Ok, a couple weeks longer than that. This tank was put together 7 weeks ago, and now the tallest terrarium plants have hit the top and are growing sideways. I’m going to trim them in the next day or two and root the trimmings for another tank. This is a pretty good example of how choosing the right terrarium plants for your tank can affect the upkeep necessary.

A lot of these plants are considered common or beginners’ plants, so I’m going to address this post to newer amphibian keepers. Although I’m keeping dart frogs, these plants are suitable for many other amphibians and some reptiles as well.

If you want your tank to fill in quickly, several of the plants I put in this tank may be the right choice for you. These plants will also do well with tree frogs and ground frogs. I’ve kept several of these terrarium plants with Tomato Frogs, Big Eyed Treefrogs (a couple different Leptopelis species), Fire Bellied Toads, and a variety of others, even including Whites Tree Frogs. Whites will crush these plants, so they’re best used as a filler around branches or heavier plants, but they will recover quickly, so they can do well with the larger frogs.

The predominant plant in this tank is Tradescantia fluminensis, commonly referred to as “Wandering Jew”. It’s a very common plant for dart frog keepers, frequently found as a house plant, and considered an invasive species in many parts of the world, including the Southeastern US. As you can see from my tank, if it likes the conditions, it explodes.

Also in this tank are two small ferns (one is visible on the right side of the photo if you look closely), an unidentified Columbian Peperomia, an unidentified small Philodendron, Selaginella kraussiana, Pellionia repens, and Ficus pumila. All of these are great terrarium plants.

Here are some pictures of a few of the plants before they were put in the tank.

philodendron dart frog tank

I always thought this philodendron would get larger as it aged, but so far this is about as big as the leaves get, making it pretty suitable for terrariums. If you have a larger tank, other more common Philodendrons will work too. I have kept some larger Philodendron species in a 55 gallon tank with Whites Tree Frogs, and it worked out pretty well.

small ferns dart frog tank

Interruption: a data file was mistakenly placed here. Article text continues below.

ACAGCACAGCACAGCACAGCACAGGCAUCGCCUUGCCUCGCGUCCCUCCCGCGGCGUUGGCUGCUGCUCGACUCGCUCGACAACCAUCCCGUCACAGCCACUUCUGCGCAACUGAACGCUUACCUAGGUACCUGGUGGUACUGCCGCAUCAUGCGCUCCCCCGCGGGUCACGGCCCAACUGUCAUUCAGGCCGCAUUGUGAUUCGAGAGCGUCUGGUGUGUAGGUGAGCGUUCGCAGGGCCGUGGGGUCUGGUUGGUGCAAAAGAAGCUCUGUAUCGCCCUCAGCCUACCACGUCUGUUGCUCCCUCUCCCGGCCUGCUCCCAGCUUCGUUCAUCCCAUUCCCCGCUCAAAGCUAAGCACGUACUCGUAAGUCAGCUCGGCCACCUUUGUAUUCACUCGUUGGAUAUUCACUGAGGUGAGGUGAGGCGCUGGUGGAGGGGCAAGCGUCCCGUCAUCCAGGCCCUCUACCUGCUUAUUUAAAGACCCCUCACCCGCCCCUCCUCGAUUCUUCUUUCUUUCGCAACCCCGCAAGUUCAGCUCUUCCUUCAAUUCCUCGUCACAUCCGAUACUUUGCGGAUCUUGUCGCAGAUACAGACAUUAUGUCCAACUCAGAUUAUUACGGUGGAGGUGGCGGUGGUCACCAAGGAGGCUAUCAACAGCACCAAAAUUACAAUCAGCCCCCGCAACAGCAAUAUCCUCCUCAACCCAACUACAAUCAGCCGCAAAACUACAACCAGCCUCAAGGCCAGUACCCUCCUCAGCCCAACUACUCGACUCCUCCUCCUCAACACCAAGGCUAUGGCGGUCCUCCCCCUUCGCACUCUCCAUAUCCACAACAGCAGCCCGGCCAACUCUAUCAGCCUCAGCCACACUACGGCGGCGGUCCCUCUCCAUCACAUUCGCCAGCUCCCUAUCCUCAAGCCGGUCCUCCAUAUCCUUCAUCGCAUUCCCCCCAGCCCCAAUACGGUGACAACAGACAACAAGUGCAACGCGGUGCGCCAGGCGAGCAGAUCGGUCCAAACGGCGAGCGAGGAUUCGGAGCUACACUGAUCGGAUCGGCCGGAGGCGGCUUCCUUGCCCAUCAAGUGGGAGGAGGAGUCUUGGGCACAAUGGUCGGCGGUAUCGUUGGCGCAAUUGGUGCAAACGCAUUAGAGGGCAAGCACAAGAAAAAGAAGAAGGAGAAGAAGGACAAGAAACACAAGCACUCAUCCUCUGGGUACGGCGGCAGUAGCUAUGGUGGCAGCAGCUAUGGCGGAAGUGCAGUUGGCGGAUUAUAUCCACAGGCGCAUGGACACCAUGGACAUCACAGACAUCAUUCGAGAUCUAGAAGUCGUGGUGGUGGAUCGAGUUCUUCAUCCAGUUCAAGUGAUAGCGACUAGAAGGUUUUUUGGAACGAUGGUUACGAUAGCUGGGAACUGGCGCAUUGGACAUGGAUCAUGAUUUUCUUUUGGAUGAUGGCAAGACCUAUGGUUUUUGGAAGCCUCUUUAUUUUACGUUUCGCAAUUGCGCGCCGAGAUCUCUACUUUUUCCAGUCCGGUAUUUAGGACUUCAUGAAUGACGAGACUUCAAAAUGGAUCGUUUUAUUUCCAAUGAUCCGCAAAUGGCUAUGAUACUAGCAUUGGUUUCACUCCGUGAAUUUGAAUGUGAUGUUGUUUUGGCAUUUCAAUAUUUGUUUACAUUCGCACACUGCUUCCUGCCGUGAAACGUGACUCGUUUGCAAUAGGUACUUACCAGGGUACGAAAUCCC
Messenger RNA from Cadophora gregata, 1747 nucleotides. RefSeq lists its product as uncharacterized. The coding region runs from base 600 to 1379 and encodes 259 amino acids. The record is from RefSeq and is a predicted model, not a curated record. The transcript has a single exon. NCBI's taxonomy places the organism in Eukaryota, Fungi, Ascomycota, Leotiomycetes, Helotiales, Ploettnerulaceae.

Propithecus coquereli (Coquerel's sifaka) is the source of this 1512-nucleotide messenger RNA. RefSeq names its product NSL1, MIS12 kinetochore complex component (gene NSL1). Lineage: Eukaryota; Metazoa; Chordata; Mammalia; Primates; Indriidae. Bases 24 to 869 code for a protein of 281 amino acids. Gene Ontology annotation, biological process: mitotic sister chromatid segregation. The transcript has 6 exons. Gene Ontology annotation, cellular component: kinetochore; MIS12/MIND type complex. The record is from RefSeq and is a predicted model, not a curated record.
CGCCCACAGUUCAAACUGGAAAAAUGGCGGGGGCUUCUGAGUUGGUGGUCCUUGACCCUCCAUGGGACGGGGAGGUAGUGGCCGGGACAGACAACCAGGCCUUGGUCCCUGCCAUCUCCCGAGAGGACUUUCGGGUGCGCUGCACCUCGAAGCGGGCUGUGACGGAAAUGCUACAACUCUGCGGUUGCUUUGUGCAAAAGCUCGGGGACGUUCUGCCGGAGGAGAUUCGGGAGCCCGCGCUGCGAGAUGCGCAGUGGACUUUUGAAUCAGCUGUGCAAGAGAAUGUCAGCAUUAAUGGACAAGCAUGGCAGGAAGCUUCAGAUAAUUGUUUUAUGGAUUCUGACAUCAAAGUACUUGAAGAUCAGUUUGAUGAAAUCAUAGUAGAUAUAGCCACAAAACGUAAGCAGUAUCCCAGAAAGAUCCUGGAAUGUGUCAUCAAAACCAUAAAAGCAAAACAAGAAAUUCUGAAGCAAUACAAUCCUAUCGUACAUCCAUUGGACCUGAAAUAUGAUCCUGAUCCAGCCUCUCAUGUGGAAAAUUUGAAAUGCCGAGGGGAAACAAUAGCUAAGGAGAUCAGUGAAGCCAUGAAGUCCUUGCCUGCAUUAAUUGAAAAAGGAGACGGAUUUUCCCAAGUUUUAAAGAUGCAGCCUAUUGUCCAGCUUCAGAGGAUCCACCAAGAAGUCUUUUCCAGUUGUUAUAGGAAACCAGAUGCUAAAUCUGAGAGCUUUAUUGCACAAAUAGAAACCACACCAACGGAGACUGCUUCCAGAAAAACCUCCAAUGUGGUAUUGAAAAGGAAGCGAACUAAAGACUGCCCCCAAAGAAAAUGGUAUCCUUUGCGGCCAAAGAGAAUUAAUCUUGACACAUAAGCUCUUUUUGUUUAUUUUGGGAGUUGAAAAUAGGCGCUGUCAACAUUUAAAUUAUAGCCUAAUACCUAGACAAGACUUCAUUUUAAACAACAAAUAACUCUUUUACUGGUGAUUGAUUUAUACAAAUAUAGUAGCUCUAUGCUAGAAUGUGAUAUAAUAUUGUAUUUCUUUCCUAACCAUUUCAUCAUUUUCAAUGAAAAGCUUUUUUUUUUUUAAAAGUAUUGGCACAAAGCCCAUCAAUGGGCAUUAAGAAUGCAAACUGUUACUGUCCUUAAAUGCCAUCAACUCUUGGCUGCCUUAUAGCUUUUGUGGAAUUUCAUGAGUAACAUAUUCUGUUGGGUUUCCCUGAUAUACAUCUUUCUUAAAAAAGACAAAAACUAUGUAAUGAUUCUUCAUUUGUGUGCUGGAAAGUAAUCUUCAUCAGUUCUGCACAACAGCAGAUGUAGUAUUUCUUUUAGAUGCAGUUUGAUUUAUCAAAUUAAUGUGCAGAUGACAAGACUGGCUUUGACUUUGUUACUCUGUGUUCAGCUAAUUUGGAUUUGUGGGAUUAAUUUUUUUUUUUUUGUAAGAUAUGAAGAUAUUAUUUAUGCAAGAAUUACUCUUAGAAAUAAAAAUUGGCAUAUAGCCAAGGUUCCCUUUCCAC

I imagine these ferns will eventually outgrow the tank, but they grow quite a bit slower than any of the other plants in there. These were purchased at a nursery and carefully treated to remove any chemicals over a few weeks time. Plant nurseries often carry terrarium plants and may have a section dedicated to them, like the one near me has. Keep in mind that these plants may have been treated with chemicals, such as bug spray or fertilizers. Wash them carefully before exposing your frogs to them.

pellionia repens terrarium plant

Pellionia repens is often called “Watermelon plant” or “Watermelon vine”, which is pretty ambiguous. Google “watermelon vine terrarium” and you’ll get a dozen different species on the first half of the first page. This is a good example of why I prefer scientific names (when I can remember them!).

Pellionia repens will take over a tank as well, just not quite as fast as Tradescantia fluminensis (Wandering Jew). This cutting was given to me by a fellow dart frog keeper. You can find vendors who will sell and ship it to you with a quick google search. A similar species, Pellionia daveauana, has been available at Home Depot in my area recently. It will also work, but be aware that it may be treated with chemicals and wash it before use.

peperomia sp columbia pellionia repens terrarium

This Peperomia was collected in Columbia and given to me at a reptile show. It has large leaves, but remains pretty leggy, so even when it takes over (which it will try to do as well), it doesn’t choke the tank up quite as bas as Tradescantia fluminensis. 

Many Peperomia are commonly available. While you may not be able to find this specific type, there are hundreds of Peperomia species, and many are suitable terrarium plants.